In 1912, Practical Engineer helped plant managers improve

While 2007 is the 60th anniversary of Plant Engineering magazine, it’s not as if the idea of publishing a practical periodical guide for the plant engineer was invented in 1947. Plant Engineering was founded by Kingsley L. Rice, president of the Technical Publishing Company of Chicago. Technical Publishing’s history in manufacturing publishing dates back to 1896, when the first issu...


While 2007 is the 60th anniversary of Plant Engineering magazine, it’s not as if the idea of publishing a practical periodical guide for the plant engineer was invented in 1947. Plant Engineering was founded by Kingsley L. Rice, president of the Technical Publishing Company of Chicago. Technical Publishing’s history in manufacturing publishing dates back to 1896, when the first issue of Practical Engineer made its debut.

A 1912 volume of Practical Engineer still resides in our offices. It demonstrates how the need to keep plant engineers up to date on the latest trends and strategies has been a constant %%MDASSML%% even as manufacturing changed over parts of three centuries.

In 1912’s first issue, the editor’s note was headlined, “Using Cheaper Fuels.” The fuel in question was coal, and the issue of fuel shortage was much in evidence, as was the concern over market price manipulation. “We have heard much of the extortion of the 'coal barons’ and of the arbitrary prices fixed by them, but the investigation of conditions made by the U.S. Geological Survey holds out no hope of lower prices in the future,” the editorial read. Substitute 'oil’ for 'coal’ and that sentence could well have been written today.

Practical Engineer lived up to its name. There are detailed stories on issues such as electric motor control, steam traps, air compressors and safety. What we call “Tips & Tricks” today was called “Successful Kinks,” offering readers a chance to explain how they solved ongoing plant floor problems. There was a good deal of give and take among plant engineers in those days. Questions are routinely answered by editorial and industry experts. Readers also posed their plant floor problems for response from other engineers. It lacked the speed of the Internet, but it featured detailed drawing and calculations (made with a slide rule).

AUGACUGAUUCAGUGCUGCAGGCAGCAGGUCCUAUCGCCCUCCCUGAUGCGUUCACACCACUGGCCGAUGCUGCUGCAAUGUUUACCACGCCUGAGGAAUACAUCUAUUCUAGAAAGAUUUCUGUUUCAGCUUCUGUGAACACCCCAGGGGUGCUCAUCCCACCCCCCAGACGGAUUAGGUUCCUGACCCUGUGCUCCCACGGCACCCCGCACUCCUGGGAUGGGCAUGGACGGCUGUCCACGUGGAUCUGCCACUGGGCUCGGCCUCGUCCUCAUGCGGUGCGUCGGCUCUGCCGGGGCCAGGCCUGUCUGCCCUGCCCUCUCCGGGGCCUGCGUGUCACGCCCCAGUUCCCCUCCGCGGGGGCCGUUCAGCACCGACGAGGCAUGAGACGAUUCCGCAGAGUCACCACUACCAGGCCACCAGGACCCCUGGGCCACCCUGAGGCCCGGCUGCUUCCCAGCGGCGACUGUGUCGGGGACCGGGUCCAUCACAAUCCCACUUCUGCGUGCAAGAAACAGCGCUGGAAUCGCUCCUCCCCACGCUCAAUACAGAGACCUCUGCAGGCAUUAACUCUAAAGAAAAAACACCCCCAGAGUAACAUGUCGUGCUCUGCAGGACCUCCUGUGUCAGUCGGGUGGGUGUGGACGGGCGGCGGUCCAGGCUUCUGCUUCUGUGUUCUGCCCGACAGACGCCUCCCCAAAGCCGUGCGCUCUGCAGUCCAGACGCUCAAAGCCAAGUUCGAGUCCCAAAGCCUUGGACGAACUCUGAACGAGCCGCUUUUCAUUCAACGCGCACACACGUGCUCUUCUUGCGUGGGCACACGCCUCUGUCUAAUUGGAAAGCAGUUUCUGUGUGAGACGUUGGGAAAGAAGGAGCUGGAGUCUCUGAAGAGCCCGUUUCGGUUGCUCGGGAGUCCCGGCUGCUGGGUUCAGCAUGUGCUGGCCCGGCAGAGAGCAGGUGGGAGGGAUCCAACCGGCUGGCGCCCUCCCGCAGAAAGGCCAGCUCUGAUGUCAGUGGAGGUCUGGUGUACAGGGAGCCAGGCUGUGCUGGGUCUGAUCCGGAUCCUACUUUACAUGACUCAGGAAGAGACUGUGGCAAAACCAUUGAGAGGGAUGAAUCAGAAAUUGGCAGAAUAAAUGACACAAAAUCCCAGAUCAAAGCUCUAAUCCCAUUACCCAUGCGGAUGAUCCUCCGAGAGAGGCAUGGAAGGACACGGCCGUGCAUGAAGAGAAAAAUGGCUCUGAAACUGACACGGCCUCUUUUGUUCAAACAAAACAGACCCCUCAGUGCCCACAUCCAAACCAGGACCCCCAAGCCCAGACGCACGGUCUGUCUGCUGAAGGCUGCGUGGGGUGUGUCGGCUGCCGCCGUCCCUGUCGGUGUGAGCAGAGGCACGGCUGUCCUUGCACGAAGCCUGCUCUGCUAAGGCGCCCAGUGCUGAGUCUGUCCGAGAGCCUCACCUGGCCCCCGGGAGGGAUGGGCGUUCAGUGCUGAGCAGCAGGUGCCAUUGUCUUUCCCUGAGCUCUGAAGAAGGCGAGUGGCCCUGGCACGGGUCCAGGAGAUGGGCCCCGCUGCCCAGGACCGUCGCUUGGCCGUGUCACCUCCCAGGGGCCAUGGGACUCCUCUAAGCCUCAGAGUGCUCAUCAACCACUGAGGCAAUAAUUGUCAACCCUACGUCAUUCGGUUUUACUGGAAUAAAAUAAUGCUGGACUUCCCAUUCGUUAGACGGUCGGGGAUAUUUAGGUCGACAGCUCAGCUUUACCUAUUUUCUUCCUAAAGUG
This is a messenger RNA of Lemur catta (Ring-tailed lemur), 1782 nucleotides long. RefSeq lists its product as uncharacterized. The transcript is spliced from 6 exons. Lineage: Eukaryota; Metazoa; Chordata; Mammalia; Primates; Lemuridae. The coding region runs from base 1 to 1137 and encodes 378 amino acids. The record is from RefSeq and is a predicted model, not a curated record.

And the ingenuity of the time was timeless, as demonstrated by Mr. J. O. Olson: “In order to make some room for some new work, a 1-in. pipe used as a drain on a separator in the 10-in. high-pressure steam line had to be disconnected between its valve and the separators. There was no way of shutting steam off the 1-in. pipe except by shutting off the 10-in. line which supplies all the generating units in the plant. There was a valve at the end of the drain pipe. I closed it in order to let the pipe fill with water. I then took a piece of 5-in. pipe covering 3 ft. long and put it around the 1-in pipe just above the place where I wished to disconnect it.”

After that was done, Mr. Olson filled the pipe sleeve with salt and ice, freezing the water inside the main steam pipe. Mr. Olson reported the water dropped from 100F to -5F in about three hours. The ice acted as a block for the steam while still keeping steam flowing to the rest of the plant. In quick work the pipe was cut and the new valve was installed while the pipe was kept frozen. Then the ice was removed, the ice block thawed and the plant kept running without interruption.

Of course, there are some issues that span time and function, such as noted in this editorial on Oct. 15, 1912 on the subject of accurate record-keeping at smaller plants: “It means self-protection to the engineer, and intelligent records that show definitely the cost of producing power will make the boss sit up and take notice,” the editorial stated. “Without records of a plant in operation, there is no means of combating the claims of the central station solicitor, and he is much more liable to gain his point where there is nothing to show the cost of the private plant’s operation.”

In 1912 %%MDASSML%% as in 1947, and as today with PLANT ENGINEERING %%MDASSML%% the plant manager had on hand a reliable, independent source that would steer him to a better way to run a manufacturing plant.

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Before the calendar turned, 2016 already had the makings of a pivotal year for manufacturing, and for the world.

There were the big events for the year, including the United States as Partner Country at Hannover Messe in April and the 2016 International Manufacturing Technology Show in Chicago in September. There's also the matter of the U.S. presidential elections in November, which promise to shape policy in manufacturing for years to come.

But the year started with global economic turmoil, as a slowdown in Chinese manufacturing triggered a worldwide stock hiccup that sent values plummeting. The continued plunge in world oil prices has resulted in a slowdown in exploration and, by extension, the manufacture of exploration equipment.

Read more: 2015 Salary Survey

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